This takes away a tool previously available to Australian liquidators to maximise creditor recoveries, but equally lessens the risk to counterparties dealing with Australian companies that may later become insolvent. As explained by the Court, the purpose of the "running account" principle is to recognise that a creditor who continues to supply a company on a running account when potentially near insolvency likely benefits creditors as a whole; the purpose is not to maximise the potential for claw-back by a liquidator.
Are we in the midst of a Crytpo-winter
11 November 2022
2022 saw significant disruption to technology industries, particularly crypto based exchanges, platforms and related funders. In the US, tech stocks fell more than 30% in 2022 (more than the overall market decline of 20%), significant lay-offs have been announced and regulators have turned their attention to these sectors. Notable examples from international headlines include the collapse of FTX, a major cryptocurrency exchange platform which filed for chapter 11 bankruptcy on 11 November 2022. Related companies such as Celsius and Genesis (crypto focussed lenders) subsequently filed for bankruptcy. 'Buy now pay later' companies have also faced significant headwinds – in early 2023 receivers were appointed to Openpay, an Australasian buy now pay later platform. New Zealand has also experienced its own wave of technology industry disruptions. For example, in February 2023, receivers were appointed to Protempo Limited (a logistics and electronics technology company). All this disruption has prompted regulators to seek to tighten the regulatory environment in which technology companies operate. There has been a large volume of regulatory engagement with digital assets across the Commonwealth in 2022 and early 2023, including:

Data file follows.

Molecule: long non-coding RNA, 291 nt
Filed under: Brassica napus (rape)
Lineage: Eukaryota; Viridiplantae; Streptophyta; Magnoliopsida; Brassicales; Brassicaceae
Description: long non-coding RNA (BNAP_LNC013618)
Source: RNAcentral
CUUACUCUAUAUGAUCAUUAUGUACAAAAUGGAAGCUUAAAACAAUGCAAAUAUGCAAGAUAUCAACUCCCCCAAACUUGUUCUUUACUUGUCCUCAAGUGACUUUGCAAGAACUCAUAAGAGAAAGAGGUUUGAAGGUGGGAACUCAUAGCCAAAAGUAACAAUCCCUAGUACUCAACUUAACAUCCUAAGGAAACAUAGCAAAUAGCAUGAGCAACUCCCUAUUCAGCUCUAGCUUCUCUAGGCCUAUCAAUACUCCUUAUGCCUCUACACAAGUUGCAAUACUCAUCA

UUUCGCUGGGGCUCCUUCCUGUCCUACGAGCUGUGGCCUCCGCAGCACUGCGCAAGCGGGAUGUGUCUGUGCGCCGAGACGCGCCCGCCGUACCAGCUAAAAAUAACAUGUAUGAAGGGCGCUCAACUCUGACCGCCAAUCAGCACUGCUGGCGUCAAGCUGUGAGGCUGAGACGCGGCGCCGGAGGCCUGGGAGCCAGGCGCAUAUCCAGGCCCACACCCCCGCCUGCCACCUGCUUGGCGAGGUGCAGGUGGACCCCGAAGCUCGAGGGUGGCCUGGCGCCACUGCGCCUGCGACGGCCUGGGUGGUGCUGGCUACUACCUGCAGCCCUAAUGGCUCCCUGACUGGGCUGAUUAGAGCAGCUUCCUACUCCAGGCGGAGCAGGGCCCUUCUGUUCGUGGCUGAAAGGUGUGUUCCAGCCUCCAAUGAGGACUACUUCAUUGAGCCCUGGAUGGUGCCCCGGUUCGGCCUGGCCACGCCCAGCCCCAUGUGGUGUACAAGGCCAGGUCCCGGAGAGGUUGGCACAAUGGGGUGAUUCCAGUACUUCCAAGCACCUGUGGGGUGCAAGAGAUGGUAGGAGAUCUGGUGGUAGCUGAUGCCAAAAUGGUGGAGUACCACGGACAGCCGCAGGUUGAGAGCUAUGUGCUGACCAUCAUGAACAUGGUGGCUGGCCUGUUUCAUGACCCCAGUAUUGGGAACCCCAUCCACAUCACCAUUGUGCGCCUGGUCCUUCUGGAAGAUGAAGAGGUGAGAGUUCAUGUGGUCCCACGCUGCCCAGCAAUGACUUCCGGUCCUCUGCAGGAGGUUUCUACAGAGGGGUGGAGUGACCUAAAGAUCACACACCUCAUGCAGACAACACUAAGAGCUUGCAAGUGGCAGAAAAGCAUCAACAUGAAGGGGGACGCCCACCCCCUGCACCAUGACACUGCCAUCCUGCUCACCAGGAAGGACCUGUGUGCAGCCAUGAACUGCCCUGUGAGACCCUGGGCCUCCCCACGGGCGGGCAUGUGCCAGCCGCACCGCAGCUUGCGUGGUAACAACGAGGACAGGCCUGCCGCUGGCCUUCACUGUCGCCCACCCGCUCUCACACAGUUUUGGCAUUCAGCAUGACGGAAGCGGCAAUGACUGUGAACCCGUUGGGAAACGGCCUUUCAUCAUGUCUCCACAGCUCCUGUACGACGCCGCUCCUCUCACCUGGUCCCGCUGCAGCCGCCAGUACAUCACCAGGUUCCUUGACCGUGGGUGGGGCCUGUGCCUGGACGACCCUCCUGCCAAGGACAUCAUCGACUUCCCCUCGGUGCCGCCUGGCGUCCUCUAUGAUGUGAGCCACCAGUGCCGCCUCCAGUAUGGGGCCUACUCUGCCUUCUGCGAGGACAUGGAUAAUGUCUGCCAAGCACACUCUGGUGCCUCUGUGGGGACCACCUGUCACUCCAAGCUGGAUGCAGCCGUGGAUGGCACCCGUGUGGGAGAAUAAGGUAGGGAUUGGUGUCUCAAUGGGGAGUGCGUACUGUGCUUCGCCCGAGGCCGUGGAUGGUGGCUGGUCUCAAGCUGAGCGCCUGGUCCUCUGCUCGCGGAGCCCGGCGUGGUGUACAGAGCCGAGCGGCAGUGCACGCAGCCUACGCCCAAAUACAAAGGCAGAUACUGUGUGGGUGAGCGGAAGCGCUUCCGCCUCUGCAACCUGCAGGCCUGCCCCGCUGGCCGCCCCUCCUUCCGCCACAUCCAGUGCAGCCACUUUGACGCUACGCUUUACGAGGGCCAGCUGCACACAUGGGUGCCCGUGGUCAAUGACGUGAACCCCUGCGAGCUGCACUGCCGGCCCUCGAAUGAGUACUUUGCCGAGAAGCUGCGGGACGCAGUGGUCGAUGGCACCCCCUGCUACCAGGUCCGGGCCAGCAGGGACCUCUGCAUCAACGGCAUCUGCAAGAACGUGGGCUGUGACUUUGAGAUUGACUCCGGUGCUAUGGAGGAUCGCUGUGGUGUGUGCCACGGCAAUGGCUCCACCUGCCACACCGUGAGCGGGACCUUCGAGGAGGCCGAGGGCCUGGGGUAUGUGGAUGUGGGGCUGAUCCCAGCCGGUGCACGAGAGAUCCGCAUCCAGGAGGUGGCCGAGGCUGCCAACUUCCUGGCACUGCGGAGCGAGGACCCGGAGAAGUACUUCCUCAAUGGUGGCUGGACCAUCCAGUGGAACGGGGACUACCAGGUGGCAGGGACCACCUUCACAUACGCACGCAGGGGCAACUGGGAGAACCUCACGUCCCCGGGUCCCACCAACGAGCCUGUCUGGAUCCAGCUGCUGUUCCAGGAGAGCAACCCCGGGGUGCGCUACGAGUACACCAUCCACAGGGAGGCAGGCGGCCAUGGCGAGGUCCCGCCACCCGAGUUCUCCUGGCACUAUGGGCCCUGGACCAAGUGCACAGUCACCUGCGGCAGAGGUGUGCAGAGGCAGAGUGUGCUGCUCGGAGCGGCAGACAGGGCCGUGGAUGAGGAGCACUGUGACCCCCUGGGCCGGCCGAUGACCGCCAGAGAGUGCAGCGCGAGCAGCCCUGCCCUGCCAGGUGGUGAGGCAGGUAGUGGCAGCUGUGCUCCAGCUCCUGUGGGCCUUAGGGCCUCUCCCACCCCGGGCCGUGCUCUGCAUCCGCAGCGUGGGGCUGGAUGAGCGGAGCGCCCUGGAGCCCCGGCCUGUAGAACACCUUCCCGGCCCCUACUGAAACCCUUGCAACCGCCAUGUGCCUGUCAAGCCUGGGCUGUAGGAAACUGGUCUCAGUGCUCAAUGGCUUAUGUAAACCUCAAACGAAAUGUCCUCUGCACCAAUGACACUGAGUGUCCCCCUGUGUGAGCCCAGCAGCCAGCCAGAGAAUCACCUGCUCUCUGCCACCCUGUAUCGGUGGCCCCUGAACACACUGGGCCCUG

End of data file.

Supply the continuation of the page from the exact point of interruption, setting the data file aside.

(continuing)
Following the recommendations by the Bragg Report in 2021, the Australian Treasury has consulted on (a) the establishment of a market licensing regime for Digital Currency Exchanges, including capital adequacy, auditing and responsible person tests under the Treasury portfolio and (b) establishing a custody or depository regime for digital assets. Future consultation has been foreshadowed on the appropriate regulatory structure for innovative corporate structures like Decentralised Autonomous Organisations.
In July 2022, the Law Commission (UK) published a consultation paper for regulating digital assets following on from UK jurisdiction taskforce Legal Statement on status of cryptoassets and smart contracts, in which the UKJT found that cryptoassets have “all of the indicia of property” and the fact that cryptoassets are intangible, use cryptographic authentication and distributed transaction ledgers, are decentralised and operate on the basis of rules by consensus as opposed to legal rules, does not “disqualify them from being property”.
On 24 January 2023, the European parliament's economic affairs committee approved a draft law that would require banks holding cryptocurrencies to back them with prohibitive capital requirements. It remains to be seen how regulators in New Zealand will respond to this new disruption.
Are they documents of the company or of the liquidator?
16 November 2022
A liquidator obtains orders in Whitley v Meredith Connell  NZHC 2994 requiring a law firm instructed by his predecessor to carry out a privilege review of certain files it holds and to deliver up documents that relate to the business accounts or affairs of the companies in liquidation to the new liquidator. This was an application under sections 261 and 266 of the Companies Act 1993, which provide liquidators with rights to obtain documents belonging to and relating to a company in liquidation.